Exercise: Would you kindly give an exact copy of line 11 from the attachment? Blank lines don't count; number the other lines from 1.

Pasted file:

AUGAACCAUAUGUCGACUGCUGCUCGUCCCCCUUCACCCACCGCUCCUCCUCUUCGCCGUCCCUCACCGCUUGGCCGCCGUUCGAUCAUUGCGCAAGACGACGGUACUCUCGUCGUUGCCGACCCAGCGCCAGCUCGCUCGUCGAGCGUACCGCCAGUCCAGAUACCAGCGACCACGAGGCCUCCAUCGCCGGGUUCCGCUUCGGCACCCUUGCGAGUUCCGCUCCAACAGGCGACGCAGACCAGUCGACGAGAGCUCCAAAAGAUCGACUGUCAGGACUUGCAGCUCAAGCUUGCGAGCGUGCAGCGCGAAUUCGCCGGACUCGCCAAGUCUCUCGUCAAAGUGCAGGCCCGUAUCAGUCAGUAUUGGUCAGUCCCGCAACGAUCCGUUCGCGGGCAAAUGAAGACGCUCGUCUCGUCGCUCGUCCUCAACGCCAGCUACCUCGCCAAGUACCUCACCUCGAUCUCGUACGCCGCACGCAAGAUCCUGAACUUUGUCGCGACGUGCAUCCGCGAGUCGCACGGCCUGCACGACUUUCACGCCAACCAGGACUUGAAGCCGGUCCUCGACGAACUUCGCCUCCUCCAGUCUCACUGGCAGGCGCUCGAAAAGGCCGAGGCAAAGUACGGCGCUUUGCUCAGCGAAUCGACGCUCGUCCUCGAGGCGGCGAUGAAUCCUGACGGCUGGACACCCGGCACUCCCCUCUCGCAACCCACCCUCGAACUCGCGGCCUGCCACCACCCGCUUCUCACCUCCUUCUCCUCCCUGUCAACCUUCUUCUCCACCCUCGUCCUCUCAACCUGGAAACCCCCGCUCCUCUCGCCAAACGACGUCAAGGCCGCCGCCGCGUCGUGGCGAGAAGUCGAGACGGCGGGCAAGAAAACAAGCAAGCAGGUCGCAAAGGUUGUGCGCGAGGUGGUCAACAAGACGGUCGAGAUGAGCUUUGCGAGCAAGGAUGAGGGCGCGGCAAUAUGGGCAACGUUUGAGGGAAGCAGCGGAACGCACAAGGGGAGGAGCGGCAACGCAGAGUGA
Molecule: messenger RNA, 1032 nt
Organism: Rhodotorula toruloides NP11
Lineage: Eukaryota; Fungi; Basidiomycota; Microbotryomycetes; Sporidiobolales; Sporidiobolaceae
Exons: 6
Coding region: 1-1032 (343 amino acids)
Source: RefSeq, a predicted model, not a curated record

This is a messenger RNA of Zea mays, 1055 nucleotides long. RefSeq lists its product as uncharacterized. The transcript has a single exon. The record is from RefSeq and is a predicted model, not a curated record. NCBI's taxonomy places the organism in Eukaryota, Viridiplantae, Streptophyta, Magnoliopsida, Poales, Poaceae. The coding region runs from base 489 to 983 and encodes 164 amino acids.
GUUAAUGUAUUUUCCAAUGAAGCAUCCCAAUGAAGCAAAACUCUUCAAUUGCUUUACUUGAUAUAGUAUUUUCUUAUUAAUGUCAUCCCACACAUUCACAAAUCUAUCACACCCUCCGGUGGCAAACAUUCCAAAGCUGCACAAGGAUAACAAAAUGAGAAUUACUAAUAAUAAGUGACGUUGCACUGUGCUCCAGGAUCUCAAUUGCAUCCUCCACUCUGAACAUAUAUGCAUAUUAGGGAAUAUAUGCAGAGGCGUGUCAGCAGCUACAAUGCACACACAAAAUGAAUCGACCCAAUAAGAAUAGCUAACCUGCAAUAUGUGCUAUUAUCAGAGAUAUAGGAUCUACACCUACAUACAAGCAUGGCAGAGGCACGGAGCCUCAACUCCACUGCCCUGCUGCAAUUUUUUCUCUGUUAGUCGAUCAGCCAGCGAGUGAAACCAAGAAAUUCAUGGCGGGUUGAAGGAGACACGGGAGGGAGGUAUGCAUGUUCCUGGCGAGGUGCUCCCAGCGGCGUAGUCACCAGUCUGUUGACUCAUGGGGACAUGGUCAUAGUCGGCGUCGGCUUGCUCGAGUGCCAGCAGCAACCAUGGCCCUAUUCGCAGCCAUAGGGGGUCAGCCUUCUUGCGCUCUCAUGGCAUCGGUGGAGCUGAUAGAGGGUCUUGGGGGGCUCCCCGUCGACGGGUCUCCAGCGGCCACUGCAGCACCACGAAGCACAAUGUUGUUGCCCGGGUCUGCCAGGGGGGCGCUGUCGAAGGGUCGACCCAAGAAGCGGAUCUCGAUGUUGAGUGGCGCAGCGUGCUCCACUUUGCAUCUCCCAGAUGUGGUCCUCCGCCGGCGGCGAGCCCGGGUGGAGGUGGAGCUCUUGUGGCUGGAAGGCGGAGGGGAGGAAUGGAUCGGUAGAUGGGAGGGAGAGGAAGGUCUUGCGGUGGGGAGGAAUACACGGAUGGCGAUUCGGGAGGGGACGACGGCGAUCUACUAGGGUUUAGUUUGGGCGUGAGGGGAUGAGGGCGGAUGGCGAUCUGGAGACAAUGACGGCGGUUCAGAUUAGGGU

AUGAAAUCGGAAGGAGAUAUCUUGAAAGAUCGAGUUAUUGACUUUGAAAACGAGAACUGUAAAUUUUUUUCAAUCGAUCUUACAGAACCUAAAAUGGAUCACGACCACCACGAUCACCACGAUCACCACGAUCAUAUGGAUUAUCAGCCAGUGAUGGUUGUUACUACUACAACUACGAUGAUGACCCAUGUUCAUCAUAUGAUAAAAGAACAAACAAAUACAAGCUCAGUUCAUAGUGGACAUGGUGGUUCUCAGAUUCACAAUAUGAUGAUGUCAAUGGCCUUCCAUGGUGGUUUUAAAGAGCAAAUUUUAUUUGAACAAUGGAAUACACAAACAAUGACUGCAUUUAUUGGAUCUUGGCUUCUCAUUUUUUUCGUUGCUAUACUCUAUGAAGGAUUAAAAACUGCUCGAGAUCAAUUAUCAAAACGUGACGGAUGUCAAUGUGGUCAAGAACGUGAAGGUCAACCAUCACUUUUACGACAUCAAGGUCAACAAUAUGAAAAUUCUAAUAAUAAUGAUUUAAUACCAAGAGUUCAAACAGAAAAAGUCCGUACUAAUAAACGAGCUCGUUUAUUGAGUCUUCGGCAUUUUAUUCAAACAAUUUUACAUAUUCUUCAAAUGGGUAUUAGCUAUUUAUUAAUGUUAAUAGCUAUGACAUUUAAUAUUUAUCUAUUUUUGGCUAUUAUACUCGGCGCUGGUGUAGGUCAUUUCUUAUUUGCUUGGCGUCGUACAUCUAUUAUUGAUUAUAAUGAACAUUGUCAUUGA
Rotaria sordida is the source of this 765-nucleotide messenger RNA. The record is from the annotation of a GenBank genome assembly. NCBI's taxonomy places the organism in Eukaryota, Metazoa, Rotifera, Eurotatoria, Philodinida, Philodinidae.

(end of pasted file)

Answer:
Rotaria sordida is the source of this 765-nucleotide messenger RNA. The record is from the annotation of a GenBank genome assembly. NCBI's taxonomy places the organism in Eukaryota, Metazoa, Rotifera, Eurotatoria, Philodinida, Philodinidae.